This article addresses the emergence of networks of practice and the role of knowledge sharing via knowledge portals. Its focus is on factors that stimulate the successful emergence of networks of practice. Literature on knowledge management and communities of practice suggest the pre-existence of shared knowledge or a shared belief system as a condition sine qua non for the networks of practice to emerge. We challenge this assumption and argue and demonstrate that common knowledge and belief systems are rather a result of knowledge sharing rather than a pre-condition. The central question is how a knowledge portal facilitates the diffusion of knowledge among rather loosely coupled and often disconnected innovation projects. Research is carried out in the agricultural industry in The Netherlands. In this industry there is a need to change from a product-oriented to a problem-oriented innovation structure. The set up of a platform and knowledge portal around agro-logistics - crossing different product-oriented production clusters - was therefore a logical result. It gave the opportunity to analyze what the impact of a knowledge portal is in a situation where people and projects come from different organizations and do not know each other. Do they start to share knowledge and what are the conditions? With regard to the case study of the knowledge portal in the agricultural industry we conclude that a knowledge portal will have an impact on how projects are sharing knowledge and on the emergence of a network of practice. The results show that pre-conditions for the emergence of a network of practice are a sense of urgency and fragmented awareness. These results also indicate the important role of a knowledge broker. The developed knowledge portal seems to lead to overcoming structural holes and a closer cognitive distance among the projects. However, we did not find a direct effect of the knowledge portal on sharing tacit knowledge. In the initial phase of a network of practice the knowledge exchange seems to focus on general, non-project specific and explicit knowledge. There was also no direct effect of the knowledge portal on the reciprocity of knowledge exchange among the projects. However, knowledge was shared between the project level and the platform and public level. Conclusions and directions for future research are formulated.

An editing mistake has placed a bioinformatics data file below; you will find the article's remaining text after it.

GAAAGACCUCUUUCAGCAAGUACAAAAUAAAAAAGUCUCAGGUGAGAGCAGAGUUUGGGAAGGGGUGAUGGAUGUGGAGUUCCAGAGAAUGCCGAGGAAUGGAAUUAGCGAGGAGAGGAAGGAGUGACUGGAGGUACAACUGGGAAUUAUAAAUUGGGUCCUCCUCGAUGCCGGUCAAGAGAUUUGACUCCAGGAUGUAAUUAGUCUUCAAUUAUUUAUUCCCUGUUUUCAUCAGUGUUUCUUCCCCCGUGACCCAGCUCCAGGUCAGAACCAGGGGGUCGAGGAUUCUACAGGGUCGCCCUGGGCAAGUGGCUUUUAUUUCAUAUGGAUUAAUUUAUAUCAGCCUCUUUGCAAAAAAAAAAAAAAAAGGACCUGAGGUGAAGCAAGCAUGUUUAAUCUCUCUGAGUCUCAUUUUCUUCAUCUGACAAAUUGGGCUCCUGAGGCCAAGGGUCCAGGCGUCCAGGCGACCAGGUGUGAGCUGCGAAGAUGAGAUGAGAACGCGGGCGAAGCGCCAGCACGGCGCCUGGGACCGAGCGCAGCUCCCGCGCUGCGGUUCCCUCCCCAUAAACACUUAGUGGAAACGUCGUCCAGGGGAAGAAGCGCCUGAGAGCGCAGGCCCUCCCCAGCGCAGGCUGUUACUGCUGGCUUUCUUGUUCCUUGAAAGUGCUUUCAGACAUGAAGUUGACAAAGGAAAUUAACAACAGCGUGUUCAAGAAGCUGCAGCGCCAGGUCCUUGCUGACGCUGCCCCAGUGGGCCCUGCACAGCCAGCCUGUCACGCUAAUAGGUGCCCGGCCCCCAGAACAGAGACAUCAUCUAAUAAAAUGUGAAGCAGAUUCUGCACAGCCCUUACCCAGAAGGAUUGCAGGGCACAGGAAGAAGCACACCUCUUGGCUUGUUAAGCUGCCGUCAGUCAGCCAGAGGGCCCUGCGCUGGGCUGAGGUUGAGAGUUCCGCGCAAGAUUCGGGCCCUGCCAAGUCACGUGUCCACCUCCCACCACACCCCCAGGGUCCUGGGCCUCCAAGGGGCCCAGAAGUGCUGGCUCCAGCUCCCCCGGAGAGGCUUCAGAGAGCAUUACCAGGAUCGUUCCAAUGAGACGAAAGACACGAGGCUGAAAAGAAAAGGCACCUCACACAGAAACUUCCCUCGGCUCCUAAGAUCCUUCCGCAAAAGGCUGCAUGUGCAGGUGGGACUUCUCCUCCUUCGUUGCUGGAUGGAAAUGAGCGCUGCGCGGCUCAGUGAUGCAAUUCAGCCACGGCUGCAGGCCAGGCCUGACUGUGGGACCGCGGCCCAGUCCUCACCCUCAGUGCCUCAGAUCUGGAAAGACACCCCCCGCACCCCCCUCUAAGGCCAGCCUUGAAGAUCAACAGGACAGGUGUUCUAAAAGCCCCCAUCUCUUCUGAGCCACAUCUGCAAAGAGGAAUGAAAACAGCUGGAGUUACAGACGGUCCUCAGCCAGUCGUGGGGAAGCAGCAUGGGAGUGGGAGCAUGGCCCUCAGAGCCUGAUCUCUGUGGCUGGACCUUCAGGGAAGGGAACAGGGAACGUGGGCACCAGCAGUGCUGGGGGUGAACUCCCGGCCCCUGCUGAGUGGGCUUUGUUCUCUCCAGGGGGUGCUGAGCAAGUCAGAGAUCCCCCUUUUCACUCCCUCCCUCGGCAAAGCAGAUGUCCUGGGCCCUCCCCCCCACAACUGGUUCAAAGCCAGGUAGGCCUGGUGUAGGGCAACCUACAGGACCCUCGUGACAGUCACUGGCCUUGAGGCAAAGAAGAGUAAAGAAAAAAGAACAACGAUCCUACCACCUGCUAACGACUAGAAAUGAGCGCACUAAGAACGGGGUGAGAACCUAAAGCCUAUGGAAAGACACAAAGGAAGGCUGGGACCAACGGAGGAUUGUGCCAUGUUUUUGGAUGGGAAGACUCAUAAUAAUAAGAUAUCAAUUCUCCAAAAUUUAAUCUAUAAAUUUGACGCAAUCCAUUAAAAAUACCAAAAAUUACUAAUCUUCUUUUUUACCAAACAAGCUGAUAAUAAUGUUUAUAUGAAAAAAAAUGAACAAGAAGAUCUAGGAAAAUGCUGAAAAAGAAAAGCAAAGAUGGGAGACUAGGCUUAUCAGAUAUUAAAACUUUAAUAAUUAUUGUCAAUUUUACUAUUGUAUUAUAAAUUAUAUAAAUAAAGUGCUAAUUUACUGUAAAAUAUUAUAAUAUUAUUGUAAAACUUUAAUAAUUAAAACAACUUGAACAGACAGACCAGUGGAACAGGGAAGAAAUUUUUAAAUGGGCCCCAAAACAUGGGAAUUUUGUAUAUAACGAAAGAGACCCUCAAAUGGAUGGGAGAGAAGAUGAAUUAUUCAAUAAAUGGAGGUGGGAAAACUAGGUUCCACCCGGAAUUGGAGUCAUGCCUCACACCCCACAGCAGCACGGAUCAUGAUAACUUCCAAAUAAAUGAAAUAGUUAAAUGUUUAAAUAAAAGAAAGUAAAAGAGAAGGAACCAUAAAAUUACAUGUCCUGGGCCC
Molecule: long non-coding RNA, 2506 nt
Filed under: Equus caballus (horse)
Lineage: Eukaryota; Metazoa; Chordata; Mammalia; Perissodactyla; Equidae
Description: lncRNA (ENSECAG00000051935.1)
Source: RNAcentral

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European Management Journal
Erasmus Research Institute of Management

van Baalen, P.J, Bloemhof-Ruwaard, J.M, & van Heck, H.W.G.M. (2005). Knowledge sharing in an emerging network of practice: The role of a knowledge portal. European Management Journal, 23(3), 300–314. doi:10.1016/j.emj.2005.04.008